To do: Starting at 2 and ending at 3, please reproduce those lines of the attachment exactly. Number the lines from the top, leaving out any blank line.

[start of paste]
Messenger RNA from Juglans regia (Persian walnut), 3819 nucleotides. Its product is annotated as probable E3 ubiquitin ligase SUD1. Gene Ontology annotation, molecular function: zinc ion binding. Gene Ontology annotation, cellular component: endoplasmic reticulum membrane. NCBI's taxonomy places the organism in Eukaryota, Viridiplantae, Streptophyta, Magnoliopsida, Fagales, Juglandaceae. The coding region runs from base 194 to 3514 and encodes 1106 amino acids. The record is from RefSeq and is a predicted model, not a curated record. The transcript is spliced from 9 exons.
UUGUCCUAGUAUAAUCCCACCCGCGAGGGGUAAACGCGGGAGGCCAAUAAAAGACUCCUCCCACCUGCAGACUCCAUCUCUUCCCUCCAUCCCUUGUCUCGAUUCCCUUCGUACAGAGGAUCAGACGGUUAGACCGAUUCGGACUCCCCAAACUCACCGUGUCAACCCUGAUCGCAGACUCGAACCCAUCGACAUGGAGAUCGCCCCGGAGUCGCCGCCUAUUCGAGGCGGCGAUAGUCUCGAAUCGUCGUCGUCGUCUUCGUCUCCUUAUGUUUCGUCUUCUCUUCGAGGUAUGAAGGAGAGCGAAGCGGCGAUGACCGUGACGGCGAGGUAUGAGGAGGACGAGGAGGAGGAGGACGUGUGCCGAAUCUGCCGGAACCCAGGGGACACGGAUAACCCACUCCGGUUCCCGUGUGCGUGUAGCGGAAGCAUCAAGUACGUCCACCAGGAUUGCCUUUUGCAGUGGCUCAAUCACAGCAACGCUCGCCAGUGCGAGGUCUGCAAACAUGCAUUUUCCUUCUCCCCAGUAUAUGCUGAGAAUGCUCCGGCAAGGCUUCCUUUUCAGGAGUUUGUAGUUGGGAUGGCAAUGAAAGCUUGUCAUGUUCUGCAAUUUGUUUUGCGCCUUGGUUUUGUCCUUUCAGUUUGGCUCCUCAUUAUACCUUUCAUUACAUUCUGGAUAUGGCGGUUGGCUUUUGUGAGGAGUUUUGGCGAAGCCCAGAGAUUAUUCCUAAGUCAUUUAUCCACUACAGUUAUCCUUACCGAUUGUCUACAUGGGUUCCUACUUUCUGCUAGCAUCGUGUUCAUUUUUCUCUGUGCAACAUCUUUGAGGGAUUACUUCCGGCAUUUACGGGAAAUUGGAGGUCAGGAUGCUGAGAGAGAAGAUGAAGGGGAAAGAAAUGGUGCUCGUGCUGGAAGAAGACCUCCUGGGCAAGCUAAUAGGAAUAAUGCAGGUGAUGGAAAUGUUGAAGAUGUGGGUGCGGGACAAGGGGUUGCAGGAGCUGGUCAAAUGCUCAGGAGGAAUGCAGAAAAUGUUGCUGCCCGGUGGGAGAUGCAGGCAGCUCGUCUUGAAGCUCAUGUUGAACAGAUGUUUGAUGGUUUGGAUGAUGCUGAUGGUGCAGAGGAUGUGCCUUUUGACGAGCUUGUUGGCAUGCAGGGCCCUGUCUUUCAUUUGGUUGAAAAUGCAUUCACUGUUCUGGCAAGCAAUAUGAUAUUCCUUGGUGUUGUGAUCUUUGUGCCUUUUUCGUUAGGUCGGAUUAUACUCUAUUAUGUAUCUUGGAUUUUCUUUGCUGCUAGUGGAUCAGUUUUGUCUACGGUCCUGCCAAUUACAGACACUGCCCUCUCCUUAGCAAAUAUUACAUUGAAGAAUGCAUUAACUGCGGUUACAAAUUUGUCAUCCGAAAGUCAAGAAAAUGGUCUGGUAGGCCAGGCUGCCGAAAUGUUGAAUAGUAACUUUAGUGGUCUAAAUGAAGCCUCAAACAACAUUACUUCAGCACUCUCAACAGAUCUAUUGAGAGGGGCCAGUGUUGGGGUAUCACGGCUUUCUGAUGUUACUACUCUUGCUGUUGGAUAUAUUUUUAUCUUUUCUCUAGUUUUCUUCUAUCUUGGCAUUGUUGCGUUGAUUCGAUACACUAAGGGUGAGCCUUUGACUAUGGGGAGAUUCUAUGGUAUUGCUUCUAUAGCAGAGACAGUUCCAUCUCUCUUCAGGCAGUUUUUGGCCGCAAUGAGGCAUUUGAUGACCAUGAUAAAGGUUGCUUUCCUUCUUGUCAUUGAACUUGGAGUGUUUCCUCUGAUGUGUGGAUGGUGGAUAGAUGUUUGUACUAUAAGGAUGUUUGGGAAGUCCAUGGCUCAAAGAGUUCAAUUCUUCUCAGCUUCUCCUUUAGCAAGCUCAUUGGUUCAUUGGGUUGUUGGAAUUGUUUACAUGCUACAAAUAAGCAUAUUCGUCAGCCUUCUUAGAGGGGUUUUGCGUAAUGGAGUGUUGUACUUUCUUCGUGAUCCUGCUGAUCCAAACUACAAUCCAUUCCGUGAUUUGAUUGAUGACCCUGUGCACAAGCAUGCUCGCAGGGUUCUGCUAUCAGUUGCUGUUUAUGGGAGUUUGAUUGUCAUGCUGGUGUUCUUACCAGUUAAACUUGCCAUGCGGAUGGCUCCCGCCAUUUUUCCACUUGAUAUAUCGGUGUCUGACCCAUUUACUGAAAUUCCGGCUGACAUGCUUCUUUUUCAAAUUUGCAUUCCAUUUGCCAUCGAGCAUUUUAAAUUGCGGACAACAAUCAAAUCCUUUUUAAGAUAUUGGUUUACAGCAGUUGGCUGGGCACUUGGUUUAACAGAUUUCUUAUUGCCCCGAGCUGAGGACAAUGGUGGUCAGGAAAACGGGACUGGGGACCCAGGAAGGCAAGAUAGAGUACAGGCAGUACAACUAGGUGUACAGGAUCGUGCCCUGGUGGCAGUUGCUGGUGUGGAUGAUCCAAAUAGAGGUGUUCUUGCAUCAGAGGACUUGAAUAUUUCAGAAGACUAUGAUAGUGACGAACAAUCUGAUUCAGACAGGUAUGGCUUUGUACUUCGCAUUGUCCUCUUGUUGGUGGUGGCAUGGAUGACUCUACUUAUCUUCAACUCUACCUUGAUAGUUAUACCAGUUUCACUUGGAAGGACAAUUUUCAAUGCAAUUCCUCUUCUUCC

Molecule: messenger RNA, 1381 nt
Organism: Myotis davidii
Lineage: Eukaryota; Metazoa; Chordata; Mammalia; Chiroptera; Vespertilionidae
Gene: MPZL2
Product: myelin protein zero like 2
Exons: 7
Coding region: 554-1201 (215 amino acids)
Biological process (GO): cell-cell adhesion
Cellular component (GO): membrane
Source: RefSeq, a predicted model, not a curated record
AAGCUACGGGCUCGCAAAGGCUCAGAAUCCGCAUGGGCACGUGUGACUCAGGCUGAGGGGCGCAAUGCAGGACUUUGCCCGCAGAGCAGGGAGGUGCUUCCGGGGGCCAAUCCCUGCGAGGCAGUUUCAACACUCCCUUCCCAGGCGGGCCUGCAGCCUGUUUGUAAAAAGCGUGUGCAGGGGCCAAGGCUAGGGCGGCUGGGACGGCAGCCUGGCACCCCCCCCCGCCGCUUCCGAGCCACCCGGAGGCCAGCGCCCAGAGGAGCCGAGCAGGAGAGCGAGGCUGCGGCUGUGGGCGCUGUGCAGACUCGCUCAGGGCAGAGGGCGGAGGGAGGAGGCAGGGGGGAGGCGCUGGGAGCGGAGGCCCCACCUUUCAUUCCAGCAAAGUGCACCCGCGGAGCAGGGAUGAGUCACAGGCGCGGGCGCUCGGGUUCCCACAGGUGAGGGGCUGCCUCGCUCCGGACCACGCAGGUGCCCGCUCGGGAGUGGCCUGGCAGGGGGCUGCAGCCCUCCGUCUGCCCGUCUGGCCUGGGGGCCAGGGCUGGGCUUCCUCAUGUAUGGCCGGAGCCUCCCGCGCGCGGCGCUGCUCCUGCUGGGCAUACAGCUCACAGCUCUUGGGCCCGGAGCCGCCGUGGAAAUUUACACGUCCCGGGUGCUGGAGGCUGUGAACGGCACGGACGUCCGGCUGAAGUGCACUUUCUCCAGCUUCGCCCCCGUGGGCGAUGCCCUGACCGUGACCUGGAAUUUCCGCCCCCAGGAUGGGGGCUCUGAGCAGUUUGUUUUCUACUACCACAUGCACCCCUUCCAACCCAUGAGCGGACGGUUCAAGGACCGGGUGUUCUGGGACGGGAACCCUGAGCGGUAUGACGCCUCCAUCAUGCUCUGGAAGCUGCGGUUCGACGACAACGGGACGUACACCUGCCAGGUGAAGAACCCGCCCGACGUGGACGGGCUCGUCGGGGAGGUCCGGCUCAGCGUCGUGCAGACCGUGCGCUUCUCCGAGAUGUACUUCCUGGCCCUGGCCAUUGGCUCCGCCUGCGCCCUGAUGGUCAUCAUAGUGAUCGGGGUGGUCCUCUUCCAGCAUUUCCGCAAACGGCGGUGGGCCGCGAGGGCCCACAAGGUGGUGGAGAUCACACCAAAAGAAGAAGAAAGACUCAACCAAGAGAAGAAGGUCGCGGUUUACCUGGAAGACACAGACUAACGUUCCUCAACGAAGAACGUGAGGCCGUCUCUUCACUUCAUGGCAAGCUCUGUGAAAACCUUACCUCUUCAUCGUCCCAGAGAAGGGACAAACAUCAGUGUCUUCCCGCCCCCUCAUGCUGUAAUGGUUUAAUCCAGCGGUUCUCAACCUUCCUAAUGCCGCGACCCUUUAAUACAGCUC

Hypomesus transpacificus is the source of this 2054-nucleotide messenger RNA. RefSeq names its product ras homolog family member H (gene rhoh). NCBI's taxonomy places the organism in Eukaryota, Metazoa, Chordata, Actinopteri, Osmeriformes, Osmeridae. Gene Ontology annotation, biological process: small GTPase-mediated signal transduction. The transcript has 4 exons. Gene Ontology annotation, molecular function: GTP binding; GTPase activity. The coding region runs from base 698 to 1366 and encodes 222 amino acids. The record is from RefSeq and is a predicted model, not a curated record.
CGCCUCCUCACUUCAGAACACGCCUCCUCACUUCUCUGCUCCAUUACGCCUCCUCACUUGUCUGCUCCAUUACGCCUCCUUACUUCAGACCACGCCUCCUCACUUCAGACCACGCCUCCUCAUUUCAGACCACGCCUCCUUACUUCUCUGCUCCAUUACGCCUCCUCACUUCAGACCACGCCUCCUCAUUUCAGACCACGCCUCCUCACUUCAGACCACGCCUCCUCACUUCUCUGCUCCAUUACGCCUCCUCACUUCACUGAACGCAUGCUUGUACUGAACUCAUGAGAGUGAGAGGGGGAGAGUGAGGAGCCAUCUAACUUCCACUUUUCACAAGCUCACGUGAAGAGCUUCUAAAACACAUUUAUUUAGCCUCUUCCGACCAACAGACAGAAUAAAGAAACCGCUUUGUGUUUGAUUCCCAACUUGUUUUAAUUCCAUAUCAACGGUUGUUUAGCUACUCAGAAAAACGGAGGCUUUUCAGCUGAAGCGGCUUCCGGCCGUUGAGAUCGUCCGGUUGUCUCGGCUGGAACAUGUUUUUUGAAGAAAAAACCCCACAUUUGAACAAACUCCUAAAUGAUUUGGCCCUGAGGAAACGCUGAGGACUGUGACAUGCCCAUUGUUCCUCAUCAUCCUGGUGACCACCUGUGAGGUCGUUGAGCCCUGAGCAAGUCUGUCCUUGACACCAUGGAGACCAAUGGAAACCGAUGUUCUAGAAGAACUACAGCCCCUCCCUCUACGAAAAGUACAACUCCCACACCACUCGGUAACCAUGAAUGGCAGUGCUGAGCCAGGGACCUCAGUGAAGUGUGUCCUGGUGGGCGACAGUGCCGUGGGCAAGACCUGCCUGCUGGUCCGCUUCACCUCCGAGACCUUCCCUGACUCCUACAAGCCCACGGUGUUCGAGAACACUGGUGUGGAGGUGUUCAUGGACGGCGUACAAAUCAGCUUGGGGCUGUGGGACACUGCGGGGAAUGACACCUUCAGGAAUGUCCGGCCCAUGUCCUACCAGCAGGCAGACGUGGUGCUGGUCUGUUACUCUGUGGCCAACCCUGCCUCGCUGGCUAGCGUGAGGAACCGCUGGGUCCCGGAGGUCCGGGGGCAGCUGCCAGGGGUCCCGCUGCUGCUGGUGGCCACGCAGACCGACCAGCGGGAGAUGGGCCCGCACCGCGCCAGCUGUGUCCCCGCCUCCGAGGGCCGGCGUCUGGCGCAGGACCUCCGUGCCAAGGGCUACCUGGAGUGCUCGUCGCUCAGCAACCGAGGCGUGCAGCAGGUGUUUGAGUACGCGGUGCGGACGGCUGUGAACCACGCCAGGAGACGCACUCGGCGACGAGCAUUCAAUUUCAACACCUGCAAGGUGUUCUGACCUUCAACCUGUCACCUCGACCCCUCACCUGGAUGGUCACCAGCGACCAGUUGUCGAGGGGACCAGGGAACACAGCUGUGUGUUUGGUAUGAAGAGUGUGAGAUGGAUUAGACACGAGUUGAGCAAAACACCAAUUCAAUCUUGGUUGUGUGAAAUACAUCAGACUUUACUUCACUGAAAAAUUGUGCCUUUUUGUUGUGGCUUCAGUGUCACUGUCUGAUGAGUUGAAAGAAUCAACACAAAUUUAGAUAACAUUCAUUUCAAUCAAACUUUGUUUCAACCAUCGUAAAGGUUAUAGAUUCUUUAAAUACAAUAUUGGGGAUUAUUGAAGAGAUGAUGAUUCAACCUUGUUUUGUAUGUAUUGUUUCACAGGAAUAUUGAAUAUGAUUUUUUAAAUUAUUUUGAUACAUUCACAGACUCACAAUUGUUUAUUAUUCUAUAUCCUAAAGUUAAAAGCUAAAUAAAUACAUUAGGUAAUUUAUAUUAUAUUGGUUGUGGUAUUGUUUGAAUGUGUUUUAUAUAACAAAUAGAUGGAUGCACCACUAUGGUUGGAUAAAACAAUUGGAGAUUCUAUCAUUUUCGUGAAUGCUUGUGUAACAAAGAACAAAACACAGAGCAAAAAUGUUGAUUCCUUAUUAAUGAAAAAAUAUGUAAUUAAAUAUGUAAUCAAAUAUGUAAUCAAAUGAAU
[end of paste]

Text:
UUGUCCUAGUAUAAUCCCACCCGCGAGGGGUAAACGCGGGAGGCCAAUAAAAGACUCCUCCCACCUGCAGACUCCAUCUCUUCCCUCCAUCCCUUGUCUCGAUUCCCUUCGUACAGAGGAUCAGACGGUUAGACCGAUUCGGACUCCCCAAACUCACCGUGUCAACCCUGAUCGCAGACUCGAACCCAUCGACAUGGAGAUCGCCCCGGAGUCGCCGCCUAUUCGAGGCGGCGAUAGUCUCGAAUCGUCGUCGUCGUCUUCGUCUCCUUAUGUUUCGUCUUCUCUUCGAGGUAUGAAGGAGAGCGAAGCGGCGAUGACCGUGACGGCGAGGUAUGAGGAGGACGAGGAGGAGGAGGACGUGUGCCGAAUCUGCCGGAACCCAGGGGACACGGAUAACCCACUCCGGUUCCCGUGUGCGUGUAGCGGAAGCAUCAAGUACGUCCACCAGGAUUGCCUUUUGCAGUGGCUCAAUCACAGCAACGCUCGCCAGUGCGAGGUCUGCAAACAUGCAUUUUCCUUCUCCCCAGUAUAUGCUGAGAAUGCUCCGGCAAGGCUUCCUUUUCAGGAGUUUGUAGUUGGGAUGGCAAUGAAAGCUUGUCAUGUUCUGCAAUUUGUUUUGCGCCUUGGUUUUGUCCUUUCAGUUUGGCUCCUCAUUAUACCUUUCAUUACAUUCUGGAUAUGGCGGUUGGCUUUUGUGAGGAGUUUUGGCGAAGCCCAGAGAUUAUUCCUAAGUCAUUUAUCCACUACAGUUAUCCUUACCGAUUGUCUACAUGGGUUCCUACUUUCUGCUAGCAUCGUGUUCAUUUUUCUCUGUGCAACAUCUUUGAGGGAUUACUUCCGGCAUUUACGGGAAAUUGGAGGUCAGGAUGCUGAGAGAGAAGAUGAAGGGGAAAGAAAUGGUGCUCGUGCUGGAAGAAGACCUCCUGGGCAAGCUAAUAGGAAUAAUGCAGGUGAUGGAAAUGUUGAAGAUGUGGGUGCGGGACAAGGGGUUGCAGGAGCUGGUCAAAUGCUCAGGAGGAAUGCAGAAAAUGUUGCUGCCCGGUGGGAGAUGCAGGCAGCUCGUCUUGAAGCUCAUGUUGAACAGAUGUUUGAUGGUUUGGAUGAUGCUGAUGGUGCAGAGGAUGUGCCUUUUGACGAGCUUGUUGGCAUGCAGGGCCCUGUCUUUCAUUUGGUUGAAAAUGCAUUCACUGUUCUGGCAAGCAAUAUGAUAUUCCUUGGUGUUGUGAUCUUUGUGCCUUUUUCGUUAGGUCGGAUUAUACUCUAUUAUGUAUCUUGGAUUUUCUUUGCUGCUAGUGGAUCAGUUUUGUCUACGGUCCUGCCAAUUACAGACACUGCCCUCUCCUUAGCAAAUAUUACAUUGAAGAAUGCAUUAACUGCGGUUACAAAUUUGUCAUCCGAAAGUCAAGAAAAUGGUCUGGUAGGCCAGGCUGCCGAAAUGUUGAAUAGUAACUUUAGUGGUCUAAAUGAAGCCUCAAACAACAUUACUUCAGCACUCUCAACAGAUCUAUUGAGAGGGGCCAGUGUUGGGGUAUCACGGCUUUCUGAUGUUACUACUCUUGCUGUUGGAUAUAUUUUUAUCUUUUCUCUAGUUUUCUUCUAUCUUGGCAUUGUUGCGUUGAUUCGAUACACUAAGGGUGAGCCUUUGACUAUGGGGAGAUUCUAUGGUAUUGCUUCUAUAGCAGAGACAGUUCCAUCUCUCUUCAGGCAGUUUUUGGCCGCAAUGAGGCAUUUGAUGACCAUGAUAAAGGUUGCUUUCCUUCUUGUCAUUGAACUUGGAGUGUUUCCUCUGAUGUGUGGAUGGUGGAUAGAUGUUUGUACUAUAAGGAUGUUUGGGAAGUCCAUGGCUCAAAGAGUUCAAUUCUUCUCAGCUUCUCCUUUAGCAAGCUCAUUGGUUCAUUGGGUUGUUGGAAUUGUUUACAUGCUACAAAUAAGCAUAUUCGUCAGCCUUCUUAGAGGGGUUUUGCGUAAUGGAGUGUUGUACUUUCUUCGUGAUCCUGCUGAUCCAAACUACAAUCCAUUCCGUGAUUUGAUUGAUGACCCUGUGCACAAGCAUGCUCGCAGGGUUCUGCUAUCAGUUGCUGUUUAUGGGAGUUUGAUUGUCAUGCUGGUGUUCUUACCAGUUAAACUUGCCAUGCGGAUGGCUCCCGCCAUUUUUCCACUUGAUAUAUCGGUGUCUGACCCAUUUACUGAAAUUCCGGCUGACAUGCUUCUUUUUCAAAUUUGCAUUCCAUUUGCCAUCGAGCAUUUUAAAUUGCGGACAACAAUCAAAUCCUUUUUAAGAUAUUGGUUUACAGCAGUUGGCUGGGCACUUGGUUUAACAGAUUUCUUAUUGCCCCGAGCUGAGGACAAUGGUGGUCAGGAAAACGGGACUGGGGACCCAGGAAGGCAAGAUAGAGUACAGGCAGUACAACUAGGUGUACAGGAUCGUGCCCUGGUGGCAGUUGCUGGUGUGGAUGAUCCAAAUAGAGGUGUUCUUGCAUCAGAGGACUUGAAUAUUUCAGAAGACUAUGAUAGUGACGAACAAUCUGAUUCAGACAGGUAUGGCUUUGUACUUCGCAUUGUCCUCUUGUUGGUGGUGGCAUGGAUGACUCUACUUAUCUUCAACUCUACCUUGAUAGUUAUACCAGUUUCACUUGGAAGGACAAUUUUCAAUGCAAUUCCUCUUCUUCC

Molecule: messenger RNA, 1381 nt